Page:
Last edited: Mar 2, 2013
  11. Mar 2, 2013 #10
    You can't blame vanhees here for giving a response that is too advanced. The OP really should have put more effort in his question. Some more information would have given us some indication about his current level.

    Please report original posts like this, thanks.
  12. Mar 3, 2013 #11
    Thanks for the replies, reading over them now.

    I got a warning "Asking questions cold "

    Is this because the question is so short and vague? If so, my bad, won't happen again.
  13. Mar 4, 2013 #12


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    Maybe because your first post is unspecific. Usually in the first post, you are supposed to also say more detail of what you want to know / some kind of context to the question / some specific examples of things you are not sure about.
  14. Mar 4, 2013 #13


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    Yes, that's what it was about. When you ask a question, you should give enough context to indicate the level of answer that you're expecting or are prepared for. Also, even at a given level, a very short "simple" question like yours can be interpreted in different ways, giving different answers which may or may not be what you are really looking for.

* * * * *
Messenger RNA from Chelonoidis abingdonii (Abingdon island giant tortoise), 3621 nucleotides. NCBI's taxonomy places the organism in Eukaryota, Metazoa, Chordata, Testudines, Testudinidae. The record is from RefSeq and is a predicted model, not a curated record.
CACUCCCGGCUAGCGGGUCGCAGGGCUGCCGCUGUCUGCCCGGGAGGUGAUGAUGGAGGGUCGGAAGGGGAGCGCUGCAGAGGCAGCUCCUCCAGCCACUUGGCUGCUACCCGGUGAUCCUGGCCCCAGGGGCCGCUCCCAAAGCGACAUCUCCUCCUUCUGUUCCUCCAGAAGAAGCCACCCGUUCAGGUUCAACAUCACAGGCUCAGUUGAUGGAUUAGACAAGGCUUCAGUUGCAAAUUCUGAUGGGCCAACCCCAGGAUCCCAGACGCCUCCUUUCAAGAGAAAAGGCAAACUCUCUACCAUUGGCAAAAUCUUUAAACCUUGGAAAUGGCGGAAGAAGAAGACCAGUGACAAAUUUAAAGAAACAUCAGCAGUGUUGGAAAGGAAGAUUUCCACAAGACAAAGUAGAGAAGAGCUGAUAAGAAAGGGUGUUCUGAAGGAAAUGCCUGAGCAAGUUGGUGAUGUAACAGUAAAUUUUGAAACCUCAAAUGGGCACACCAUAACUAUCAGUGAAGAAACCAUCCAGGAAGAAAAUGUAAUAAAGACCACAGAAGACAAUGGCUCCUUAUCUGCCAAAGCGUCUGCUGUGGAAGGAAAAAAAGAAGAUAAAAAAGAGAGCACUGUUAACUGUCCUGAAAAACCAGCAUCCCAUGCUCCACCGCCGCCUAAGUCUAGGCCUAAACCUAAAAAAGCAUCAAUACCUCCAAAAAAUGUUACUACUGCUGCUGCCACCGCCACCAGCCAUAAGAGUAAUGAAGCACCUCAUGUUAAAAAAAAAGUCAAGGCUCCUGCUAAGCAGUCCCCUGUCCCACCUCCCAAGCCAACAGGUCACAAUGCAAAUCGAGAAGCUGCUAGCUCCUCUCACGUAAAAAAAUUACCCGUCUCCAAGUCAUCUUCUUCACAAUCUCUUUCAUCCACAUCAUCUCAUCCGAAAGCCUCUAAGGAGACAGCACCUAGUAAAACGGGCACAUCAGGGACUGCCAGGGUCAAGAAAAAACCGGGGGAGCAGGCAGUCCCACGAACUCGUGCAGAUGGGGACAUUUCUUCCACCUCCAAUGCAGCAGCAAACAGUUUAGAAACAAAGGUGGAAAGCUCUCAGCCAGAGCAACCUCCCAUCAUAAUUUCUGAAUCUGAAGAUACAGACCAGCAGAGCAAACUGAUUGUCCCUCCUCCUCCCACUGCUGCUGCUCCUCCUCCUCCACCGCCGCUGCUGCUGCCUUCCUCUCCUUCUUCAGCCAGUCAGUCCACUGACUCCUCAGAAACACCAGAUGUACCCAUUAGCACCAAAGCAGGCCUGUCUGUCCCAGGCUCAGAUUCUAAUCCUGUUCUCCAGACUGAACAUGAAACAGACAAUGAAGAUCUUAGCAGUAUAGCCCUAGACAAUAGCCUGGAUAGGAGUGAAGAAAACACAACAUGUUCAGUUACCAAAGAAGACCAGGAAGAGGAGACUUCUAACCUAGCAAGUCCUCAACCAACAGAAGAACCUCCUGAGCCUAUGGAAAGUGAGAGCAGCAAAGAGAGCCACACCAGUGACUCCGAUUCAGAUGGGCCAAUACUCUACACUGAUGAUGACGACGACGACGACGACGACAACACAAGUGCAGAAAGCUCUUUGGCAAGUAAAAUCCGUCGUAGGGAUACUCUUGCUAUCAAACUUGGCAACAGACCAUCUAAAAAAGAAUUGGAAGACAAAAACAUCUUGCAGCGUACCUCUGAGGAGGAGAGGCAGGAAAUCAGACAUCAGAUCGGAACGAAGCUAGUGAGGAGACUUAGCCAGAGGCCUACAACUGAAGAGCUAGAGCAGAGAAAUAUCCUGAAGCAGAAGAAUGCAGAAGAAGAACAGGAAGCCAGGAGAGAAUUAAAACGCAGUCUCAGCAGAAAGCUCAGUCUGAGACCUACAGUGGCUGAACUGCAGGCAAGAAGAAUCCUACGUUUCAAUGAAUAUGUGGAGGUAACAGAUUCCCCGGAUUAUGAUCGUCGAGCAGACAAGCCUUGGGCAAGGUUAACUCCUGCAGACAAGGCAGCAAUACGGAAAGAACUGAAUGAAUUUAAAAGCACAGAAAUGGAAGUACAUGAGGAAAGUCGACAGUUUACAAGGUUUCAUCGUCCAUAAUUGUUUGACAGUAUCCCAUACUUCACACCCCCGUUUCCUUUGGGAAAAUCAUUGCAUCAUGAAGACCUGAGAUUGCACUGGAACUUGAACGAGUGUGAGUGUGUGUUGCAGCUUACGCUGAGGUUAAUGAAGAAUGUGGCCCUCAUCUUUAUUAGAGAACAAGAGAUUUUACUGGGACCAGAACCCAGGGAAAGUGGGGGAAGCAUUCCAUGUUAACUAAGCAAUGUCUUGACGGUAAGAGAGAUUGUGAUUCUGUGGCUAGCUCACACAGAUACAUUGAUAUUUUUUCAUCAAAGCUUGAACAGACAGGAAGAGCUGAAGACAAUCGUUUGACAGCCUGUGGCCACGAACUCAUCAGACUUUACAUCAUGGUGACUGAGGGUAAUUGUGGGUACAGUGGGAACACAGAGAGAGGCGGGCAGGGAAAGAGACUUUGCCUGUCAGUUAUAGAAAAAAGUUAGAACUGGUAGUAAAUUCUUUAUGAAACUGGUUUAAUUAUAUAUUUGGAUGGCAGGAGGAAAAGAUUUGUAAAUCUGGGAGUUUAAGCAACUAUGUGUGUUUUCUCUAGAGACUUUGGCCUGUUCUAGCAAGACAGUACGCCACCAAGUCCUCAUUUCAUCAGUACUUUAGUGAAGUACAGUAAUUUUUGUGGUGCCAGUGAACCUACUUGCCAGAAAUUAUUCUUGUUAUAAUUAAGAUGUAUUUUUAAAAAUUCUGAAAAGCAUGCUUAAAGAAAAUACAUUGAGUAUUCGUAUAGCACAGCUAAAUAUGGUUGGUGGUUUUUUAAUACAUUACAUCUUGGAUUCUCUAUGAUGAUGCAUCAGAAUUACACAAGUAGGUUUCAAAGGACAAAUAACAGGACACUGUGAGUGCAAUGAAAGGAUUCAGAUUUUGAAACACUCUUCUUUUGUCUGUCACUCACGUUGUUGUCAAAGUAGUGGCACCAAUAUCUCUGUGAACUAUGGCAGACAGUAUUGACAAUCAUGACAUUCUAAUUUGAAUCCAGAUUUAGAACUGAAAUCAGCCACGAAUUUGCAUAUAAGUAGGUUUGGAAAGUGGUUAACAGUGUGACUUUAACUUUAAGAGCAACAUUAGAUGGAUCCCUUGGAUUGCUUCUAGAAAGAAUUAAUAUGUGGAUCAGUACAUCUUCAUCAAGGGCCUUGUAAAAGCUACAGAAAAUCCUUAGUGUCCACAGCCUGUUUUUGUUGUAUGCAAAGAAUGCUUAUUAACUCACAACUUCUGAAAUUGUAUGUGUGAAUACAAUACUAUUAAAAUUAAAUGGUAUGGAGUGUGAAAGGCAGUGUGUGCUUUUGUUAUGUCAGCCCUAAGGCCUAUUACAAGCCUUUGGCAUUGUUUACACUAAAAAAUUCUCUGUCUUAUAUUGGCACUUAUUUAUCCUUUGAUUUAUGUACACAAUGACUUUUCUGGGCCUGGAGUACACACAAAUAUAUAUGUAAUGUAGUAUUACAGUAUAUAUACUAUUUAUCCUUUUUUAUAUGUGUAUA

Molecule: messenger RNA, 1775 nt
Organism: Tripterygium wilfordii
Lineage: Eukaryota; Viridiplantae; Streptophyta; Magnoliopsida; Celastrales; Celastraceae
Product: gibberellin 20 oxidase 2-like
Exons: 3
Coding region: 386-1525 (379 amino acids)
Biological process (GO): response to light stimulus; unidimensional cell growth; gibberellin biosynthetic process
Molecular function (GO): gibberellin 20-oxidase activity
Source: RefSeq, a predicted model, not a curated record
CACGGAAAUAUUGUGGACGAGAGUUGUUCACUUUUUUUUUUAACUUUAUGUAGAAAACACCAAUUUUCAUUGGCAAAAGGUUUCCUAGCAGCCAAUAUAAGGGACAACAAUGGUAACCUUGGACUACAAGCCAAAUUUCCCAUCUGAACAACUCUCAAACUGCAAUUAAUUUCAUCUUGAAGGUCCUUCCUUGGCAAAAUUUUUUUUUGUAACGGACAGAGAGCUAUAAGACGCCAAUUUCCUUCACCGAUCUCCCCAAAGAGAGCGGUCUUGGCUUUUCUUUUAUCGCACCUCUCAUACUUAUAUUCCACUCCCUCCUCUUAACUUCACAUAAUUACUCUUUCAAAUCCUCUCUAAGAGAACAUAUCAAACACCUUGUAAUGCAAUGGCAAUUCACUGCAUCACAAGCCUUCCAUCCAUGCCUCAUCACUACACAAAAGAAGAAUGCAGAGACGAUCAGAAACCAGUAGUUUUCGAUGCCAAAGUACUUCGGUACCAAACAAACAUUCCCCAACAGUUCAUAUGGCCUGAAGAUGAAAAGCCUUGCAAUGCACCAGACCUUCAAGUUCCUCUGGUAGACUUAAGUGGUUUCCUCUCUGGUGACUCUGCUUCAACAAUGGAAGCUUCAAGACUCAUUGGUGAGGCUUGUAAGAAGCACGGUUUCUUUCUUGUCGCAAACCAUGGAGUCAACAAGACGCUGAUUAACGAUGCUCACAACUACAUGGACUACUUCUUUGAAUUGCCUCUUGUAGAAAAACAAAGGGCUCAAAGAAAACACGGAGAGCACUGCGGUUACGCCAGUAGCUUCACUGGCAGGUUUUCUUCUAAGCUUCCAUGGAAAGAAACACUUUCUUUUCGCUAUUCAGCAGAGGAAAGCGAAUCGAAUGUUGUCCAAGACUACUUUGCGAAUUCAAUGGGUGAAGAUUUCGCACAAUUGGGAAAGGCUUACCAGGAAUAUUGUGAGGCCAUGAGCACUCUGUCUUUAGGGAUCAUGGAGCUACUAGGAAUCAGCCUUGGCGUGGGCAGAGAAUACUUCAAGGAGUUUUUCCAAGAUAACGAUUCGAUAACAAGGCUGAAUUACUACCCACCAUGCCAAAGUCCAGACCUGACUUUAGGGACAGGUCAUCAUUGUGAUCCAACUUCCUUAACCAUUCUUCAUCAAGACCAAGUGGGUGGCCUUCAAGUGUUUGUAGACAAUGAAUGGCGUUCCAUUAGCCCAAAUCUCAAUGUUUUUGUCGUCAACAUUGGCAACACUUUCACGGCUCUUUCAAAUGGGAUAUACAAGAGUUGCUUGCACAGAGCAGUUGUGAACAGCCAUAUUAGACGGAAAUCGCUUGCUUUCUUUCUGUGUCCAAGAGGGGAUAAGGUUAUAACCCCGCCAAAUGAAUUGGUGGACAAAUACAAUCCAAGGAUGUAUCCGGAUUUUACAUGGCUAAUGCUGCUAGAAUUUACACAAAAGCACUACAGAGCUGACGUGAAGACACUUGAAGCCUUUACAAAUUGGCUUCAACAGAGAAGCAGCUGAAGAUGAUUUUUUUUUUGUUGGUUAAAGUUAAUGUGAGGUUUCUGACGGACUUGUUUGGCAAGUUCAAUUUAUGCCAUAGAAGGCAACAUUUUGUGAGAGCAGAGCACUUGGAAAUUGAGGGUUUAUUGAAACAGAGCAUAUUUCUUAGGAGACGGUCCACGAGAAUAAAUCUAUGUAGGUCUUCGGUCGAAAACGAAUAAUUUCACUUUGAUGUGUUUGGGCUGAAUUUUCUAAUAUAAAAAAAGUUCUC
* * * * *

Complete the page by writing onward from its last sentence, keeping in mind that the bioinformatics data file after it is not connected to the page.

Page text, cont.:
15. Mar 4, 2013 #14
    Because there was no context to your question, several people posted illustrations...while wannabe posted tensor based answer.....quite an extreme range!!
  16. Mar 4, 2013 #15


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    In some cases you can. If you have an E and a B field in a given frame and if B²-E²/c² is greater than 0 then there is a reference frame where E=0.
  17. Mar 4, 2013 #16


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    true that. Also, to be able to completely transform away an electric field, the original B field must be perpendicular to the original E field at all points (due to the pseudoscalar invariant). I guess moduspwnd meant that you can't transform away a general electric field.